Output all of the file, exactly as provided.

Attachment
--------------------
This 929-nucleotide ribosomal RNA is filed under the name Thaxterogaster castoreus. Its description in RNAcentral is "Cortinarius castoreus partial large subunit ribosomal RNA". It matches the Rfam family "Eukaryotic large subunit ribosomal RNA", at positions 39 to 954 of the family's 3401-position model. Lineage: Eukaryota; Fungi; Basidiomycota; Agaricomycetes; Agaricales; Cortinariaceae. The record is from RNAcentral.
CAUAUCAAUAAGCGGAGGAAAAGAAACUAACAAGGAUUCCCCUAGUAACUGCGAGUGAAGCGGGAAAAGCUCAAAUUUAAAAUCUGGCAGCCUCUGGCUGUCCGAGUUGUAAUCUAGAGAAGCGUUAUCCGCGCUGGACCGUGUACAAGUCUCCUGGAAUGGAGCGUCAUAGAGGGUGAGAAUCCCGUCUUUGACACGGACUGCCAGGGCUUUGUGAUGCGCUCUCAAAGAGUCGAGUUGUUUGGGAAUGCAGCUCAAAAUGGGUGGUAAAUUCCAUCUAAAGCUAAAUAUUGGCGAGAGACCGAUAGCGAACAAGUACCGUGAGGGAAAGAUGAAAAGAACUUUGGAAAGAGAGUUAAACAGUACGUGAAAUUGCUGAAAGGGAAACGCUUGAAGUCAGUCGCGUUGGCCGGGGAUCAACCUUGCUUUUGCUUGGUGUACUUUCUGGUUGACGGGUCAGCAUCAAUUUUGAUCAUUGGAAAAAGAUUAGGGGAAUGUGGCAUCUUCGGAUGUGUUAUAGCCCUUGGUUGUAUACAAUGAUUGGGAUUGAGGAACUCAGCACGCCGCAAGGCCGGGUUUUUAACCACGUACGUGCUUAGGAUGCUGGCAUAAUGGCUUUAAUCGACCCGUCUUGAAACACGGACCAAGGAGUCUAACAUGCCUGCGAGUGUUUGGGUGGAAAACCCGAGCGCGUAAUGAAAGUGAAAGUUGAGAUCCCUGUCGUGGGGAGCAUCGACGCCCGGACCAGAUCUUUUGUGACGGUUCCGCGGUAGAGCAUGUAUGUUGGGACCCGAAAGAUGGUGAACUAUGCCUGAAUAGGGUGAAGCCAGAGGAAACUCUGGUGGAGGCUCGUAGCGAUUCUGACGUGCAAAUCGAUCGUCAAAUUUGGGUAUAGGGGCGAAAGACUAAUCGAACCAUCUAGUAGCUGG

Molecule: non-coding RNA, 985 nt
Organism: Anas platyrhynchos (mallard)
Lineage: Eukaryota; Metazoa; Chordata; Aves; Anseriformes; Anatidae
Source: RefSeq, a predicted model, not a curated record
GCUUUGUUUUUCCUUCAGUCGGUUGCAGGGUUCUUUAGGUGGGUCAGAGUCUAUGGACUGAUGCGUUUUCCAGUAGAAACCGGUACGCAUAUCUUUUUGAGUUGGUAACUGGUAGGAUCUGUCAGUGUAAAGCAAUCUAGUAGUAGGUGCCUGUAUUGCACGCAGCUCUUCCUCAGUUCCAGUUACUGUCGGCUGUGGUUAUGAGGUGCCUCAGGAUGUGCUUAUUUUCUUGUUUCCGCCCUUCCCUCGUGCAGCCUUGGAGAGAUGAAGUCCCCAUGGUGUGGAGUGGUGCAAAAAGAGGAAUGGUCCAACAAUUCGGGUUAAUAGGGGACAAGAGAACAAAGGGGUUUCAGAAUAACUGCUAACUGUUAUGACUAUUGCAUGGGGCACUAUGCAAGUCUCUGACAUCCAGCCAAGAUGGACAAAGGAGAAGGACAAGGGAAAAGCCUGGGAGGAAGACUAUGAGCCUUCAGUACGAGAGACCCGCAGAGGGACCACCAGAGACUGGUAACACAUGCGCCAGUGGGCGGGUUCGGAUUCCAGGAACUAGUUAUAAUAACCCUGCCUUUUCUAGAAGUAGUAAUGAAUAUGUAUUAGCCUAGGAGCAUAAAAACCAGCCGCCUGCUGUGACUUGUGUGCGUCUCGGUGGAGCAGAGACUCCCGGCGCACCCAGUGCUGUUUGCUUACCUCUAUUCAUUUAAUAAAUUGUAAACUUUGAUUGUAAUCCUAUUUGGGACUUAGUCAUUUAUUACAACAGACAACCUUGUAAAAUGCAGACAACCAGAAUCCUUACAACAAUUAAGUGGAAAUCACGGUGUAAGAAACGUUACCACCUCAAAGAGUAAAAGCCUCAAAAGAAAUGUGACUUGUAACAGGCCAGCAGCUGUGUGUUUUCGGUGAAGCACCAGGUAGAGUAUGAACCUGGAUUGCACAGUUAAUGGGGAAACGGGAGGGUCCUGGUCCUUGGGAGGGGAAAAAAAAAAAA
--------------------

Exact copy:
This 929-nucleotide ribosomal RNA is filed under the name Thaxterogaster castoreus. Its description in RNAcentral is "Cortinarius castoreus partial large subunit ribosomal RNA". It matches the Rfam family "Eukaryotic large subunit ribosomal RNA", at positions 39 to 954 of the family's 3401-position model. Lineage: Eukaryota; Fungi; Basidiomycota; Agaricomycetes; Agaricales; Cortinariaceae. The record is from RNAcentral.
CAUAUCAAUAAGCGGAGGAAAAGAAACUAACAAGGAUUCCCCUAGUAACUGCGAGUGAAGCGGGAAAAGCUCAAAUUUAAAAUCUGGCAGCCUCUGGCUGUCCGAGUUGUAAUCUAGAGAAGCGUUAUCCGCGCUGGACCGUGUACAAGUCUCCUGGAAUGGAGCGUCAUAGAGGGUGAGAAUCCCGUCUUUGACACGGACUGCCAGGGCUUUGUGAUGCGCUCUCAAAGAGUCGAGUUGUUUGGGAAUGCAGCUCAAAAUGGGUGGUAAAUUCCAUCUAAAGCUAAAUAUUGGCGAGAGACCGAUAGCGAACAAGUACCGUGAGGGAAAGAUGAAAAGAACUUUGGAAAGAGAGUUAAACAGUACGUGAAAUUGCUGAAAGGGAAACGCUUGAAGUCAGUCGCGUUGGCCGGGGAUCAACCUUGCUUUUGCUUGGUGUACUUUCUGGUUGACGGGUCAGCAUCAAUUUUGAUCAUUGGAAAAAGAUUAGGGGAAUGUGGCAUCUUCGGAUGUGUUAUAGCCCUUGGUUGUAUACAAUGAUUGGGAUUGAGGAACUCAGCACGCCGCAAGGCCGGGUUUUUAACCACGUACGUGCUUAGGAUGCUGGCAUAAUGGCUUUAAUCGACCCGUCUUGAAACACGGACCAAGGAGUCUAACAUGCCUGCGAGUGUUUGGGUGGAAAACCCGAGCGCGUAAUGAAAGUGAAAGUUGAGAUCCCUGUCGUGGGGAGCAUCGACGCCCGGACCAGAUCUUUUGUGACGGUUCCGCGGUAGAGCAUGUAUGUUGGGACCCGAAAGAUGGUGAACUAUGCCUGAAUAGGGUGAAGCCAGAGGAAACUCUGGUGGAGGCUCGUAGCGAUUCUGACGUGCAAAUCGAUCGUCAAAUUUGGGUAUAGGGGCGAAAGACUAAUCGAACCAUCUAGUAGCUGG

Molecule: non-coding RNA, 985 nt
Organism: Anas platyrhynchos (mallard)
Lineage: Eukaryota; Metazoa; Chordata; Aves; Anseriformes; Anatidae
Source: RefSeq, a predicted model, not a curated record
GCUUUGUUUUUCCUUCAGUCGGUUGCAGGGUUCUUUAGGUGGGUCAGAGUCUAUGGACUGAUGCGUUUUCCAGUAGAAACCGGUACGCAUAUCUUUUUGAGUUGGUAACUGGUAGGAUCUGUCAGUGUAAAGCAAUCUAGUAGUAGGUGCCUGUAUUGCACGCAGCUCUUCCUCAGUUCCAGUUACUGUCGGCUGUGGUUAUGAGGUGCCUCAGGAUGUGCUUAUUUUCUUGUUUCCGCCCUUCCCUCGUGCAGCCUUGGAGAGAUGAAGUCCCCAUGGUGUGGAGUGGUGCAAAAAGAGGAAUGGUCCAACAAUUCGGGUUAAUAGGGGACAAGAGAACAAAGGGGUUUCAGAAUAACUGCUAACUGUUAUGACUAUUGCAUGGGGCACUAUGCAAGUCUCUGACAUCCAGCCAAGAUGGACAAAGGAGAAGGACAAGGGAAAAGCCUGGGAGGAAGACUAUGAGCCUUCAGUACGAGAGACCCGCAGAGGGACCACCAGAGACUGGUAACACAUGCGCCAGUGGGCGGGUUCGGAUUCCAGGAACUAGUUAUAAUAACCCUGCCUUUUCUAGAAGUAGUAAUGAAUAUGUAUUAGCCUAGGAGCAUAAAAACCAGCCGCCUGCUGUGACUUGUGUGCGUCUCGGUGGAGCAGAGACUCCCGGCGCACCCAGUGCUGUUUGCUUACCUCUAUUCAUUUAAUAAAUUGUAAACUUUGAUUGUAAUCCUAUUUGGGACUUAGUCAUUUAUUACAACAGACAACCUUGUAAAAUGCAGACAACCAGAAUCCUUACAACAAUUAAGUGGAAAUCACGGUGUAAGAAACGUUACCACCUCAAAGAGUAAAAGCCUCAAAAGAAAUGUGACUUGUAACAGGCCAGCAGCUGUGUGUUUUCGGUGAAGCACCAGGUAGAGUAUGAACCUGGAUUGCACAGUUAAUGGGGAAACGGGAGGGUCCUGGUCCUUGGGAGGGGAAAAAAAAAAAA